"In denying a motion for a directed verdict the court shall be deemed to have submitted the action to the jury subject to a later determination of the questions of law raised by the motion. Within ten days after the reception of a verdict, a party who has moved for a directed verdict may move to have the verdict and any judgment entered thereon set aside and to have judgment notwithstanding the verdict entered in accordance with his motion for a directed verdict, or if a verdict was not returned, such party, within ten days after the jury has been discharged, may move for judgment in accordance with his motion for a directed verdict. The motion for judgment notwithstanding the verdict may be joined with an alternative motion for a new trial. If a verdict was returned, the court may allow the judgment to stand or may reopen the judgment as if the requested verdict had been directed. If no verdict was returned, the court may direct the entry of judgment as if the requested verdict had been directed or may order a new trial."

In the case of Westerso v. City of Williston, 77 N.D. 251, 42 N.W.2d 429, 433, we said:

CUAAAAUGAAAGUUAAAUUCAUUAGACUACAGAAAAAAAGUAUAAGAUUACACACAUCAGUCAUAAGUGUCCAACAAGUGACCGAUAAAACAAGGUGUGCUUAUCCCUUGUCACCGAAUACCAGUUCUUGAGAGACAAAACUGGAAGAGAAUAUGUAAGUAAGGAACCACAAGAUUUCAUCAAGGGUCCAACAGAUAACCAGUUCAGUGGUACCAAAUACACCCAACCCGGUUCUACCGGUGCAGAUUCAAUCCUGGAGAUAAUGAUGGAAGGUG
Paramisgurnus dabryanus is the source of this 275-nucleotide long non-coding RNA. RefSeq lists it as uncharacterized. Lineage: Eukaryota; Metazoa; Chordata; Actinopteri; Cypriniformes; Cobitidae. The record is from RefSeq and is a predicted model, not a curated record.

"It is settled law in this state that the sufficiency of the evidence to sustain the verdict cannot be raised in or determined by this court unless the question was raised in the trial court either by motion for a directed verdict or by a motion for a new trial or both and the ruling or rulings on such motion or motions assigned as error on appeal."

The question as to the sufficiency of a motion for a directed verdict was before this court in the recent case of Nicholson v. Roop, N.D., 62 N.W.2d 473, 476, 43 A.L.R. 2d 1031. The motion for a directed verdict in that case was based on the following grounds which were held sufficient to support the motion:

"`The evidence wholly fails to show or to establish by a preponderance of the evidence any malice or malicious intent on the part of the defendant, or any lack or want of probable cause and the defendant, First National Bank of Bismarck, moves that this Court direct the jury to return a verdict in its favor for a dismissal of plaintiff's cause of action upon the same grounds and reasons that the plaintiff has failed to establish a cause of action against the defendant and has failed to prove any malice or malicious prosecution or lack *85 of probable cause in the institution originating in the original criminal proceeding.'"

From the record before us in the instant case it is clear that the motion for a directed verdict stated sufficient grounds therefor.

The appellant next contends that defendants' motion for judgment notwithstanding the verdict is defective in that it does not ask the court to review its ruling on the motion for a directed verdict, and that it does not even state that it is made upon all the grounds specified in the motion for a directed verdict. It is asserted that the motion is "a wholly independent proceeding; that therefore the district court had no jurisdiction to hear or determine such motion on its merits, and consequently should have denied it."

The motion for judgment notwithstanding the verdict is as follows: